Your Workplace Affects Your Quality of Hire

John Cleese keynoted Content Marketing World in Cleveland this week, despite his claim that he knew nothing about marketing. He did, however, know quite a bit about creativity – and that’s something that’s relevant to both marketing and HR.

The British comedian recounted a time when he lost a script and rewrote it from memory. He eventually found the original, compared the two and found that the re-write was better than his first pass. He believes his mind had been unconsciously re-writing the script after he completed it, resulting in an improved second pass.

He said the best ideas are often the result of taking some time away and coming back to the problem later. Creativity can’t be rushed because the mind needs time to process the problem and come up with ideas to solve it. Even if you’re not thinking about the problem, your mind is still working toward a solution in the background.

So, What Does This Have to do With Quality of Hire?

Perhaps a lot.

As an HR professional, you’re responsible for hiring and retaining top talent. In addition to being measured on time to fill, cost to hire and turnover rates, you’re also responsible for quality of hire. Your organization needs top talent to remain innovative and competitive – or you risk becoming irrelevant and folding.

A quality hire is someone who has the skills and experience necessary to be successful in their role, and the traits and personality to be successful in your organization. You and your colleagues carefully screen candidates through their resume, phone calls, in-person interviews and reference checks – but bad hires are sometimes still made.

Have you considered that quality of hire may be impacted by your work environment, and that it’s not entirely due to poor screening? It’s the notion of nature versus nurture. High quality candidates can look like bad hires if their environment isn’t suited for them to reach their full potential. Their past results and positive references could be a product of an environment which caters to creativity – and their underperformance at your organization could be due to a creativity-stifling environment.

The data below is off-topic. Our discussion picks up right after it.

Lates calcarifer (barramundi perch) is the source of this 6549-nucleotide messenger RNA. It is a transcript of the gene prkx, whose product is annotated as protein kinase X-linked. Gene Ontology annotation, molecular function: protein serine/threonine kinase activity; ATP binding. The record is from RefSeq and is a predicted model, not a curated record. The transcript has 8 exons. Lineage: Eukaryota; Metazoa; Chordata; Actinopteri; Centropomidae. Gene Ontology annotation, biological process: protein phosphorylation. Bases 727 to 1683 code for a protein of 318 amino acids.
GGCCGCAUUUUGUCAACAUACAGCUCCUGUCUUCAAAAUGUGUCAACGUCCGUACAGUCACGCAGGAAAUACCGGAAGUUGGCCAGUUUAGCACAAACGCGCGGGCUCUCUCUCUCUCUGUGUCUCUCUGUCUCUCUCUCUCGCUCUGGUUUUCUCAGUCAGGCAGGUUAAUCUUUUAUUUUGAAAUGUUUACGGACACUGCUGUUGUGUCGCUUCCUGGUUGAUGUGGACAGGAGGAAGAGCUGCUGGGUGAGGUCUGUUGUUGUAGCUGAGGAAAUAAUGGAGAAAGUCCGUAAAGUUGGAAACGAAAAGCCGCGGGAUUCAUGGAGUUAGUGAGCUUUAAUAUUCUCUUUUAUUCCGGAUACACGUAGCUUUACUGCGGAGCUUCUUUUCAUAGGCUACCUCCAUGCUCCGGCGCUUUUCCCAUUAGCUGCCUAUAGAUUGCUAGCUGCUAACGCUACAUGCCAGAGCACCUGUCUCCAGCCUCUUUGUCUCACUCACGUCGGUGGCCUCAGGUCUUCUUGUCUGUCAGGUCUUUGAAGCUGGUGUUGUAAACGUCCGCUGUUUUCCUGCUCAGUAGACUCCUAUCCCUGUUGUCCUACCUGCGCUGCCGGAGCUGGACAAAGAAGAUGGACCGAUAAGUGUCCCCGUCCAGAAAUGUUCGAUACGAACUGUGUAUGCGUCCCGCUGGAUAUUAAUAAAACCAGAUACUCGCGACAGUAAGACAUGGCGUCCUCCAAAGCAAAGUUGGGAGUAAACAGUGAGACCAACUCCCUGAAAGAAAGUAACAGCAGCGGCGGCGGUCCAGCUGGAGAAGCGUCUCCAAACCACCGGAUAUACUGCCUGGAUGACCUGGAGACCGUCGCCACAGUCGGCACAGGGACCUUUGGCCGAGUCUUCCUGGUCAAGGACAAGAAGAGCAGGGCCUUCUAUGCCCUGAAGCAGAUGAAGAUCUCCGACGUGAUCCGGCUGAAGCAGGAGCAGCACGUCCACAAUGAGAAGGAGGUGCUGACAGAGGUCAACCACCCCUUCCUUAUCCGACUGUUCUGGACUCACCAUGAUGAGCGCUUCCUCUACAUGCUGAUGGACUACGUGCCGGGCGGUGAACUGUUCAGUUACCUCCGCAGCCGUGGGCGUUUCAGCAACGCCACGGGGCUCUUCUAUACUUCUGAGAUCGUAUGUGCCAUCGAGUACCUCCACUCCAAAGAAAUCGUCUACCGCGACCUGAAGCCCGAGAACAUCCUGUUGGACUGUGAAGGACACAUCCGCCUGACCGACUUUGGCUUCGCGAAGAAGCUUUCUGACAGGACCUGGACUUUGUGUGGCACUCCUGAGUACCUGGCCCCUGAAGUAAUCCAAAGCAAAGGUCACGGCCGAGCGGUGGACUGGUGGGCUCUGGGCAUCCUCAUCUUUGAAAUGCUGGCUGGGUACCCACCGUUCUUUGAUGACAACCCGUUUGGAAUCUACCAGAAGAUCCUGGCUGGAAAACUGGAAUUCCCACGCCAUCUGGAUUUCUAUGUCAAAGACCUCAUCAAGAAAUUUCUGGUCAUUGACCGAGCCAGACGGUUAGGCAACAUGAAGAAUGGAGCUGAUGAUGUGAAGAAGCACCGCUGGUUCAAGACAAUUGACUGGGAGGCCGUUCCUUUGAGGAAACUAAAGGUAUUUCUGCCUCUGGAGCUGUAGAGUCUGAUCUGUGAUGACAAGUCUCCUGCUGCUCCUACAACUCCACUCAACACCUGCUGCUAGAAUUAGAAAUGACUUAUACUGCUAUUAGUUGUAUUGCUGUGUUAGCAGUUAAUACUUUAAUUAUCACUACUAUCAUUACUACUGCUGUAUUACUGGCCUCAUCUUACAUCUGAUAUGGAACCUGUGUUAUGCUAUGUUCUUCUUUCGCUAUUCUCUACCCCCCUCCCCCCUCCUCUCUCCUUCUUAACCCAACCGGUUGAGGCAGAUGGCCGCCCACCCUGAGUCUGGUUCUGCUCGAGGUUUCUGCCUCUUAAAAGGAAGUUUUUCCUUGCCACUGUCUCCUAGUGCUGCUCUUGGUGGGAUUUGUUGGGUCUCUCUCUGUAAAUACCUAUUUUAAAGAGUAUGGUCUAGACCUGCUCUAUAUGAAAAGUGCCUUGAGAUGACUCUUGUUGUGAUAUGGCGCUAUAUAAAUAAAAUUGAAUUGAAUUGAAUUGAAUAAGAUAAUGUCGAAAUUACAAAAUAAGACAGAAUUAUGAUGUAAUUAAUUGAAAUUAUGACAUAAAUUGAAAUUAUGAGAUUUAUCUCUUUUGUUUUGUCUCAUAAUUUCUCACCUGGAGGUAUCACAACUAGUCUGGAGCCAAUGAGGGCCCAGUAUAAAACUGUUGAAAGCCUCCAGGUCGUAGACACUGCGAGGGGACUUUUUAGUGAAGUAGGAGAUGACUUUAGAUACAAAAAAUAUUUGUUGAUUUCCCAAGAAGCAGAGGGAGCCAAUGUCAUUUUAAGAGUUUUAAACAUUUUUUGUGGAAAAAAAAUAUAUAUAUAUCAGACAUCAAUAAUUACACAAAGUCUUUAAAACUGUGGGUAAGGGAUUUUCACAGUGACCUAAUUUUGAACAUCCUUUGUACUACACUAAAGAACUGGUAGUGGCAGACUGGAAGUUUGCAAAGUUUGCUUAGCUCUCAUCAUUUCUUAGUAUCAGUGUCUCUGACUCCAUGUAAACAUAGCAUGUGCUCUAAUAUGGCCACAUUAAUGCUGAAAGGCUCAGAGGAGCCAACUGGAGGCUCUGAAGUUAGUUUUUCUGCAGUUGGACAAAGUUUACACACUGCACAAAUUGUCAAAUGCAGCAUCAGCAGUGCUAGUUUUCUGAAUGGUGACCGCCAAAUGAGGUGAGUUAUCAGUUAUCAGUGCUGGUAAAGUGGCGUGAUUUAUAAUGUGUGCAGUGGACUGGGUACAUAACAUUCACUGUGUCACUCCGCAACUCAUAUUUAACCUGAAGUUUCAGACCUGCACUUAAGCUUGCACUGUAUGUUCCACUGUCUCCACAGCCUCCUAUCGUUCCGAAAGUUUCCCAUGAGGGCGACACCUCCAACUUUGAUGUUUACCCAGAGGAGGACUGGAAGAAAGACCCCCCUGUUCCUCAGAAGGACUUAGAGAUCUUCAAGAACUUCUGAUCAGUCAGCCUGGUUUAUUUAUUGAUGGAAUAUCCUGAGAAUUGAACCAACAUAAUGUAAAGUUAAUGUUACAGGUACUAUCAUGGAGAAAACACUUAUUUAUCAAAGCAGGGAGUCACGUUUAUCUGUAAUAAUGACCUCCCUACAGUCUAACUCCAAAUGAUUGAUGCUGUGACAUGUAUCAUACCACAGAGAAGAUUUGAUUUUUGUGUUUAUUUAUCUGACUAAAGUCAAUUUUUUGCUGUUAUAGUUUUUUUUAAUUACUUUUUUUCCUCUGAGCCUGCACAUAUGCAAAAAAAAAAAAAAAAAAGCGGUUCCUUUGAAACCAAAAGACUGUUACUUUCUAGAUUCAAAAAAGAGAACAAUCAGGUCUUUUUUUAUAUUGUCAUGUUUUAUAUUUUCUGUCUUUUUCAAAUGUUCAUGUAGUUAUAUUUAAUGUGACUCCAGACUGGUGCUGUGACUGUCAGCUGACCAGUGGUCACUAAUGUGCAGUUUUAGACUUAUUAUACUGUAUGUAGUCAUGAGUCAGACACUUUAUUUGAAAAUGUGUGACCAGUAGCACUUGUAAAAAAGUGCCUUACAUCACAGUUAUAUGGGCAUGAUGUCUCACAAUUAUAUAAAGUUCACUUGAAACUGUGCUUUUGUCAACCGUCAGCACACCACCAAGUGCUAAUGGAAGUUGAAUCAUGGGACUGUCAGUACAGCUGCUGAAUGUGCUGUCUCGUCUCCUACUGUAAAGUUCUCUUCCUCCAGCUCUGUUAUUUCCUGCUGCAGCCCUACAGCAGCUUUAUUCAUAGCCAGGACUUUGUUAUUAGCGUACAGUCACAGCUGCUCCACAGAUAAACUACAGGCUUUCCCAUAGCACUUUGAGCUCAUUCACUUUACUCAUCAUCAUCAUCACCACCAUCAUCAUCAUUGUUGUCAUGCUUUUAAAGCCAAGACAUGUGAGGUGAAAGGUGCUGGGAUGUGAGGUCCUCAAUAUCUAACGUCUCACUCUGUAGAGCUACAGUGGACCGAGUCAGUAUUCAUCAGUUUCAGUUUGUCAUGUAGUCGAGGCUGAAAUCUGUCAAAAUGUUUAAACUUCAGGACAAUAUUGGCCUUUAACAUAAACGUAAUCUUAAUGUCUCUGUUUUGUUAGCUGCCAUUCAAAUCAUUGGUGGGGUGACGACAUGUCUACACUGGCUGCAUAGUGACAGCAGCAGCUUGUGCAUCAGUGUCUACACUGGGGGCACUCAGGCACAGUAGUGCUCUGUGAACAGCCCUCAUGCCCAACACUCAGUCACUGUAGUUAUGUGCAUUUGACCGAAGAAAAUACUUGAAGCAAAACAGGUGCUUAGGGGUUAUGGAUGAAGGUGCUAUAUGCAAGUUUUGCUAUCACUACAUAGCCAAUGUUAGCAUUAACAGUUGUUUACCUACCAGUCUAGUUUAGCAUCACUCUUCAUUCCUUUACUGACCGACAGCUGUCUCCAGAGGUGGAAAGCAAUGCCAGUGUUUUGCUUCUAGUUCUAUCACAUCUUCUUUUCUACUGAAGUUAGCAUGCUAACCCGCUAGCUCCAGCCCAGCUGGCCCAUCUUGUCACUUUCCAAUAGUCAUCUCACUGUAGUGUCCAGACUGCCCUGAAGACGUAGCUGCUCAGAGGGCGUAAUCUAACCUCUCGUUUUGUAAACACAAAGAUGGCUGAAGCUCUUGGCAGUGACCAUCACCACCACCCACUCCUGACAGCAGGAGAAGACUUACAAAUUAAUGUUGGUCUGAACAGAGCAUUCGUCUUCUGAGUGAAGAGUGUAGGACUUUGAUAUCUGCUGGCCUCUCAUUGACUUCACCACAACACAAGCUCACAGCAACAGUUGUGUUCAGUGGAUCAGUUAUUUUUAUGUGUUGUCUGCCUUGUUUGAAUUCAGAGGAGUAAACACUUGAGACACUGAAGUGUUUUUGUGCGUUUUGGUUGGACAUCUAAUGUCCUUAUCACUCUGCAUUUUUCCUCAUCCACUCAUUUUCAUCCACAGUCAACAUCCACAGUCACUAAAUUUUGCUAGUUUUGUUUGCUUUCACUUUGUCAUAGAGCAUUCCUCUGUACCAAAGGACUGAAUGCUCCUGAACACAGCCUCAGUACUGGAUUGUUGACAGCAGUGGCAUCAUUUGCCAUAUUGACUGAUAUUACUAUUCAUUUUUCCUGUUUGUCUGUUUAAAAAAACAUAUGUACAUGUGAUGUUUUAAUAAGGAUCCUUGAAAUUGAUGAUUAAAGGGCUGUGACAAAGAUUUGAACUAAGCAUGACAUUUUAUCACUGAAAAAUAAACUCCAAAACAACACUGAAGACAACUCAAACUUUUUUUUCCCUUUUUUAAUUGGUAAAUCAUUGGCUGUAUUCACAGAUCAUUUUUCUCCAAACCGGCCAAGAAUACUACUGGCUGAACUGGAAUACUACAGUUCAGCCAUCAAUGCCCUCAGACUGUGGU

Is your workplace a high-stress environment in which employees compete with one another, and projects are expected to be completed with a quick turnaround time? Do you require all employees to be in the office between 8-5? Do your employees skip lunch, work long hours, or work at home on nights and weekends? Do you have an open office floor plan? Any of these things could be stifling your employee’s creativity and, therefore, their performance.

Create an Environment that Improves Quality of Hire

Cleese referenced an observation at a Chicago art school in which students were asked to create still-lifes. They found that the students who took longer to pick out their subjects, and rearranged them multiple times before beginning their project were more successful seven years later than those who quickly picked their subjects and began working.

He also shared how Thomas Edison would utilize hypnagogia to come up with ideas. He’d relax in a chair with ball bearings in his hand and a metal bowl below, so he’d wake up when his hand relaxed and dropped the ball bearings. Edison believed this maximized his productivity and thinking, and credits his naps for his best ideas.

The point here is that the best ideas come when you take the time to let them come to you – not when they’re forced. Being stringent about an 8-5 office schedule may cause employees to be less productive than if they had time to work out in the morning before coming to the office.

Similarly, working parents could be more productive with flex schedules which allows them to pick their children up from school at 3pm, and finish their work after their children go to sleep. Cleese pointed out that you can’t be truly relaxed enough to be creative when your mind is focused on all the tasks you need to complete.

Cleese also pointed out the damaging effects of interruption on creativity – and called out open-office floor plans as a hurdle. Open offices can be great for better collaboration, but make it difficult to concentrate. If you have one, try offering quiet rooms to work, heads-down hours, or remote work options.

While every work environment is different, and one size never fits all, there may be some things you can do to create a more productive and creativity-enhancing environment for employees. Part of being a strategic advisor, and not just an order taker, is bringing these issues up with executives and hiring managers in your organization.

Even small changes, like hiring managers encouraging their team to leave the office for lunch, can make a difference. An office environment that facilitates creativity will result in more productive, innovative, and happier employees. This, in turn, will have a positive impact on your quality of hire – because each employee will have a better opportunity to be successful.

2017-08-02T21:57:14+00:00 September 11th, 2015|

About the Author:

Jen Dewar is a marketing consultant in the HR technology space with a focus on developing educational content for recruiters, corporate HR professionals, and staffing agency owners. She has spent the past 10 years working with a wide variety of companies — from corporate marketing for healthcare organizations and recruitment firms, to startup marketing for both Identified and Bright.com, prior to their respective acquisitions. When she's not doing marketing, you can find Jen snowboarding in Tahoe with her husband, traveling abroad, or enjoying a night in with friends and a good bottle of wine. She's a graduate of the University of California, Santa Barbara, with a degree in Socio-Economic and Political Global Studies.